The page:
600 words; 3 minutes to read

Cons and Kernels owner/entrepreneur Emily O’Brien has been in the news a lot lately as she continues to build her business and is a great spokesperson for seeing ex-prisoners in a positive light.

Earlier posts on her situation and business can be found here and here.

In recent blog posts on her site, Emily shared some interesting aspects of her prison experience, parts of which are the substance of this post.

Prisoners have no money

“Did you know that the 2018 pay rate for an inmate was $5.80/day? That was what I was getting during my term, and that rate hasn’t changed since 1980, definitely hasn’t kept up with the cost of living.

From that, the prison takes off 30% for room and board. That’s right: we pay for rent in prison!

In addition, we get a weekly prison allowance of $38.01 for groceries, and we have a list of about 440 items to choose from. Phone calls are 11 cents a minute, and we also pay out $7.99 a month for TV cable (trust me, it’s worth it!).

The next time you hear a politician or news pundit talking about “luxury” prisons or “Club Fed”, keep these facts in mind. Also consider that ex-cons, without any kind of financial education, often end up broke and homeless when they’re released, which causes many of them to get back into a life of crime.”

Prison wisdom

– A common prank is telling new prisoners that they need to pay $80 for their “body bag”. Really, it’s not for that, but rather, a mandatory savings that you need to have so that when you’re released, you’re not completely broke.
– No Polaroid pictures are allowed because you can extract the ink from them and use them for tattoos.
– Taking someone else’s prescription pills is an offence that you can be charged for.
– If you’re caught trying to modify prison clothing in any way, it’s a $5 fine.
– In the last 10 years, the number of women in prison has increased by 30%.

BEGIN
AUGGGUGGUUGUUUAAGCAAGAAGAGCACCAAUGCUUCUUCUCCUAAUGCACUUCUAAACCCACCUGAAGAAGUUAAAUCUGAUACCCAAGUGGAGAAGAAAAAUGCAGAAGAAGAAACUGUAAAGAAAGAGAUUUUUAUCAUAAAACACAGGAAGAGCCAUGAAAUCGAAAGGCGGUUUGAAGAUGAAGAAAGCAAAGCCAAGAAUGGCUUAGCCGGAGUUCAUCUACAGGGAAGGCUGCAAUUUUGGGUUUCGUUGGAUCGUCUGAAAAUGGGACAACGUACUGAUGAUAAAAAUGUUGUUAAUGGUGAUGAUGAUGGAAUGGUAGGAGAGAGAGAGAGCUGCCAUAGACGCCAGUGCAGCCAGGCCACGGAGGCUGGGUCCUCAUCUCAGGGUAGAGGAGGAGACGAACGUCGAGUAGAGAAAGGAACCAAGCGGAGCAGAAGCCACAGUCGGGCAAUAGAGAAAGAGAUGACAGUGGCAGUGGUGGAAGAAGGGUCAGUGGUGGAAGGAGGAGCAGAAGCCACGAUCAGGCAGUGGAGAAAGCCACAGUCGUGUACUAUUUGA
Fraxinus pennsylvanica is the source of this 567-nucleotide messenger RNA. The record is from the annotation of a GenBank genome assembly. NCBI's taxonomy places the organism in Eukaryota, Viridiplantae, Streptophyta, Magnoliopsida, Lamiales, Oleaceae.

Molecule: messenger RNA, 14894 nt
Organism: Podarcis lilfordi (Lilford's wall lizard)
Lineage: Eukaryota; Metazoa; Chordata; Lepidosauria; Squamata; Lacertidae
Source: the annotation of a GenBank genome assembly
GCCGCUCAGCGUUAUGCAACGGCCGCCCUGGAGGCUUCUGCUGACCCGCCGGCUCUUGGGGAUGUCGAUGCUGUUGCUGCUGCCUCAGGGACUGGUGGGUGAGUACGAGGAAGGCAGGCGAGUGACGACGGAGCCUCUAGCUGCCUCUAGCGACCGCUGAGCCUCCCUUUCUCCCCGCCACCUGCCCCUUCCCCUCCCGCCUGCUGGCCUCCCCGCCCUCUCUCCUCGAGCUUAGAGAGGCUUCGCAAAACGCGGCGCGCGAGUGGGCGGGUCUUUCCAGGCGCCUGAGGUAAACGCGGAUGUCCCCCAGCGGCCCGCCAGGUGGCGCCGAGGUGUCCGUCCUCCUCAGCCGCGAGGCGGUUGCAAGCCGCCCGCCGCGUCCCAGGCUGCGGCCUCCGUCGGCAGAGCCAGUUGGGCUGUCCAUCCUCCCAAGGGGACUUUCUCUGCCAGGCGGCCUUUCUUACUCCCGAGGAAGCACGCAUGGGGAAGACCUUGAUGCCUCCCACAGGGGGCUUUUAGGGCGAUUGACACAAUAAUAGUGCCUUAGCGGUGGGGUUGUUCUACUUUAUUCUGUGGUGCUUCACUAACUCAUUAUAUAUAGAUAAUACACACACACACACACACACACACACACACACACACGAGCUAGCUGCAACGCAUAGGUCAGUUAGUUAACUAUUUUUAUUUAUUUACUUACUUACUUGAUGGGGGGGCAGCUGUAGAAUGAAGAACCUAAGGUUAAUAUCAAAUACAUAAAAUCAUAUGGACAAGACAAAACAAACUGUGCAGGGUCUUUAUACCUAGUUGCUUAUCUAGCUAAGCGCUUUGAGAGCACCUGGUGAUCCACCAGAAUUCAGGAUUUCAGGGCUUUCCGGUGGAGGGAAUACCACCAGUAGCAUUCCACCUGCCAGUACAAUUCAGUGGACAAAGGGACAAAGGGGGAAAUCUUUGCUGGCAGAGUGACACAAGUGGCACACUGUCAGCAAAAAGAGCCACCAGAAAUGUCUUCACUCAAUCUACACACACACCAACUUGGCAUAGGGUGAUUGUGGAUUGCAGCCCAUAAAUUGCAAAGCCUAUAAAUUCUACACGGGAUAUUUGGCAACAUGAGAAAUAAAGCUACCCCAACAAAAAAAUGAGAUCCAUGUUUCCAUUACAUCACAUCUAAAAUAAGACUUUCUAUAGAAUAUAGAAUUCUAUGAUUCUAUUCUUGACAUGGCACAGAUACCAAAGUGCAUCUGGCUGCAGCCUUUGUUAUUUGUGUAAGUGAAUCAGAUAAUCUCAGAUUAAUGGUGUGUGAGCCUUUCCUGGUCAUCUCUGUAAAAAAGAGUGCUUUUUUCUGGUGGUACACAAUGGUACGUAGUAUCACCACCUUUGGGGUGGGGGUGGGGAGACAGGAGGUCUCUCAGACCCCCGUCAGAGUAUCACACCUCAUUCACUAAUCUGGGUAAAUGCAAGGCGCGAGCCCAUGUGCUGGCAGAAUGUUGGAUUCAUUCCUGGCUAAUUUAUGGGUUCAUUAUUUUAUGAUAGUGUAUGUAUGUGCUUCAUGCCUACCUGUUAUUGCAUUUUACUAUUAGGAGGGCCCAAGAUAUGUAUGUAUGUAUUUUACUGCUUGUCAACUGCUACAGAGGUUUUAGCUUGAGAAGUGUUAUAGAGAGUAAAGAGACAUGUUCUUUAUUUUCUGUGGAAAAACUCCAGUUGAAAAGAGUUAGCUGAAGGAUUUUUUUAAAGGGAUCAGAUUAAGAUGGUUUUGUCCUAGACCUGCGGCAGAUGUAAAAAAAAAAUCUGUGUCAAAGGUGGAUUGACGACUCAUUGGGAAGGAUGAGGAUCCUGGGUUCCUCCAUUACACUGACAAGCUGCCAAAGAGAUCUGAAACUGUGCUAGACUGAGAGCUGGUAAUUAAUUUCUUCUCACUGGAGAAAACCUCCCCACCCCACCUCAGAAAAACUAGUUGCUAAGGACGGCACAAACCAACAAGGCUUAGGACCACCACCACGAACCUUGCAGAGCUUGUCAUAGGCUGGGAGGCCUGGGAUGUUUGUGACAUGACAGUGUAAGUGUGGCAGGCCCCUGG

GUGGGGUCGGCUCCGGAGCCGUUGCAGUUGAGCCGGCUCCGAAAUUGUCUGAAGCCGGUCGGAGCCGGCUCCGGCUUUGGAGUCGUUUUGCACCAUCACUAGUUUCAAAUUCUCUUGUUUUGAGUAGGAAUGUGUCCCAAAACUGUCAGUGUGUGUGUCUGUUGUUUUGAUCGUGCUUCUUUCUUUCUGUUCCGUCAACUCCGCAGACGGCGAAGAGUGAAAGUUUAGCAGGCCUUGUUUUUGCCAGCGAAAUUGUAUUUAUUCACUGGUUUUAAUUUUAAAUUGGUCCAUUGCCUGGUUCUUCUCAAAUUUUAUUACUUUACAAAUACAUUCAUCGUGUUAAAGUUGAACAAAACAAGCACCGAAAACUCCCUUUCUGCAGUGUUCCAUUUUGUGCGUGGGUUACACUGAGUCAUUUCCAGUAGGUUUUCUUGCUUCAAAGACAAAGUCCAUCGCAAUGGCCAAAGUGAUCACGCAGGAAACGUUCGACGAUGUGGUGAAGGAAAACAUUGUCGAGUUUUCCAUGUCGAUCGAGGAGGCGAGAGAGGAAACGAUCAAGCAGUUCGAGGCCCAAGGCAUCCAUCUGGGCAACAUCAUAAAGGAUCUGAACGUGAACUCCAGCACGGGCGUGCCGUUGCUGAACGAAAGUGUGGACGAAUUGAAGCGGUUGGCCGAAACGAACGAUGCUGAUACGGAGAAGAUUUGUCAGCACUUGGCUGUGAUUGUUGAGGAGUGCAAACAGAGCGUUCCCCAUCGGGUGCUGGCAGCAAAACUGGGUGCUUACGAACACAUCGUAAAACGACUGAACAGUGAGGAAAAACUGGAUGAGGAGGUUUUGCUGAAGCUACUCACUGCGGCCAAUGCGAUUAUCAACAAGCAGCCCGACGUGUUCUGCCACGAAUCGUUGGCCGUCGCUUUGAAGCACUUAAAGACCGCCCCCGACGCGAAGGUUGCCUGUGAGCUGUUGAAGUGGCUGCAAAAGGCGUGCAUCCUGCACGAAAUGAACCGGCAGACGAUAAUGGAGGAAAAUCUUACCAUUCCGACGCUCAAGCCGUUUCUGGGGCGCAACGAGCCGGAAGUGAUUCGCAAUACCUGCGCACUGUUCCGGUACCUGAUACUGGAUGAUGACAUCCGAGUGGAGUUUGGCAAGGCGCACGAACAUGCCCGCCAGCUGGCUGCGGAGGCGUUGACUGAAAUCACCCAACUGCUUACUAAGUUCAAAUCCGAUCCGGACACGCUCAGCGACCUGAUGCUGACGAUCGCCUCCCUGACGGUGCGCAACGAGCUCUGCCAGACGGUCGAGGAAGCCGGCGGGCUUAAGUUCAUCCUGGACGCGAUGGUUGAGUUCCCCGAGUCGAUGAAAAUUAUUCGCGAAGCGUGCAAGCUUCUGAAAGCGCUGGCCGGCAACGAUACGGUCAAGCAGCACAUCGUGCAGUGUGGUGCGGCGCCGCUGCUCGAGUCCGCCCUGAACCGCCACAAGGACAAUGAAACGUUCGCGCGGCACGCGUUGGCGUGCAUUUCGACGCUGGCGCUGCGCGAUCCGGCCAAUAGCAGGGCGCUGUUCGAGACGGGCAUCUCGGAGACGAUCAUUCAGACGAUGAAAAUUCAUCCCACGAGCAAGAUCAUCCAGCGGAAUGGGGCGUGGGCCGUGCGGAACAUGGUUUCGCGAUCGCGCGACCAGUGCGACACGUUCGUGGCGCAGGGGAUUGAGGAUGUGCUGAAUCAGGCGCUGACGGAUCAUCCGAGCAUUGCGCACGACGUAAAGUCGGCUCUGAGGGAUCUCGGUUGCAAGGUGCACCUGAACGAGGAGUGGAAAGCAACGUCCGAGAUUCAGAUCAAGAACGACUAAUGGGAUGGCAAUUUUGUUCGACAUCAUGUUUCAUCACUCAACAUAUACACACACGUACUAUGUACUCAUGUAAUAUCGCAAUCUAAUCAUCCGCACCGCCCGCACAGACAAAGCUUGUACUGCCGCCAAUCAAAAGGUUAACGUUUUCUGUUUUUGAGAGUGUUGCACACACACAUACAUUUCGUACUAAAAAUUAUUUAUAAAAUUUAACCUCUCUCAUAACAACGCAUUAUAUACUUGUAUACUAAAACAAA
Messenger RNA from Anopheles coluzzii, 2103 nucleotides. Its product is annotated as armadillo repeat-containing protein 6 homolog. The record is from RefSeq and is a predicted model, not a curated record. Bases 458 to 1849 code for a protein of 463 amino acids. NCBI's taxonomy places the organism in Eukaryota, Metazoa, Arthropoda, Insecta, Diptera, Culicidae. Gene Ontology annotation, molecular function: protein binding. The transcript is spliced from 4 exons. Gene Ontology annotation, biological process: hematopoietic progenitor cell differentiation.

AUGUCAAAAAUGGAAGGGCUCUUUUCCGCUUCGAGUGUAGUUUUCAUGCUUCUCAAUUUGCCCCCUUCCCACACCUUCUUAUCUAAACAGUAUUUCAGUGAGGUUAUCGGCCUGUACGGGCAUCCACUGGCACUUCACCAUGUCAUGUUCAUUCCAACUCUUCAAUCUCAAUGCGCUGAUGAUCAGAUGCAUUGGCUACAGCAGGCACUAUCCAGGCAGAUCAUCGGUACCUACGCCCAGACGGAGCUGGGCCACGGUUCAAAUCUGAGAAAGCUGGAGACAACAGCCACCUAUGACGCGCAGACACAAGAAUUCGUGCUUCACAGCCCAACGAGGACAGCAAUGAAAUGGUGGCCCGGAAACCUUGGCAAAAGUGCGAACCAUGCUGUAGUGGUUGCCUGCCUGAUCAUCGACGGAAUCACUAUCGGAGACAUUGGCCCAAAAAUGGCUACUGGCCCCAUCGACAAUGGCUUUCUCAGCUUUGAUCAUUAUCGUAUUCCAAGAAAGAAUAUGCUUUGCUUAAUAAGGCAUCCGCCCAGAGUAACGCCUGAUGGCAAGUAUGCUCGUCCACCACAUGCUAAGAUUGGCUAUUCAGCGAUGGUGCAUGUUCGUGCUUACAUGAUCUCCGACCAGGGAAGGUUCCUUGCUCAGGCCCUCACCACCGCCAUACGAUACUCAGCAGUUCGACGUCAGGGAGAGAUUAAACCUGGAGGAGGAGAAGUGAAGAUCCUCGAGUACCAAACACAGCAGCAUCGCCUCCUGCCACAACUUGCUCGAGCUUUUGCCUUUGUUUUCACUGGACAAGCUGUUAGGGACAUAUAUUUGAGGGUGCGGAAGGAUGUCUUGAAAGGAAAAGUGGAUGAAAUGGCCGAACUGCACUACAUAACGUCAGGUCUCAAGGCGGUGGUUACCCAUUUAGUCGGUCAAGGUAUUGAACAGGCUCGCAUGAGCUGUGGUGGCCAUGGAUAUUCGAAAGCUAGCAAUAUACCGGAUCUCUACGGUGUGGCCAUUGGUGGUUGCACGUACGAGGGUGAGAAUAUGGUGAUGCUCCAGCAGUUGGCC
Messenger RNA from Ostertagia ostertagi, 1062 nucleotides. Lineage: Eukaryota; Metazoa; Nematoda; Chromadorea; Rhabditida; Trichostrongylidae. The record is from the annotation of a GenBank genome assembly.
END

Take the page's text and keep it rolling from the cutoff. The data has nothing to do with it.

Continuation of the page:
– Ion scanners, designed to scan everyone coming into the prison for illicit substances, go off for the weirdest reasons. The oddest one I remember was for a very elderly Mennonite woman who was as clean as a bean. It makes me question their accuracy [editor – a complaint heard frequently]
– There’s an inmate catalogue for clothing and other items. It reminded me of the 1995 Sears Wishbook, only with 2020 prices.
– The women at Grand Valley used to be allowed to have, well, personal pleasure items, but the guards complained that it made them uncomfortable.
– You can’t mail glitter to an inmate: it’s not allowed.
– Prisoners use calling cards that can be reloaded once a month to anywhere in Canada. Phone calls in Canada cost 11 cents per minute.
– Mail from your lawyer used to be considered “privileged” (private), meaning prison staff could not open it but after a few abuses, prison staff now have to be present when you open privileged mail.
– You can’t use clear tape for letters because that’s one way to traffic in meth.
– Prisoners can’t wear hoodies as [supposedly] it makes it easier for them to commit a crime (e.g assaulting another inmate) and not be identified.
– Prisoners get a $4.00 allowance for hygiene products every two weeks.
– In Canada, two out of every three women serving time in federal prisons are mothers.

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Ms O’Brien, still subject to parole supervision, continues to be a great spokesperson for these issues. And she is able to get many public figures, including politicians, to be photographed with her, which is not the case for too many other ex-prisoner.  If only more people realized that the vast majority of ex-prisoners are, like her, just trying to find a way to live well despite all the obstacles facing anyone with a criminal record!




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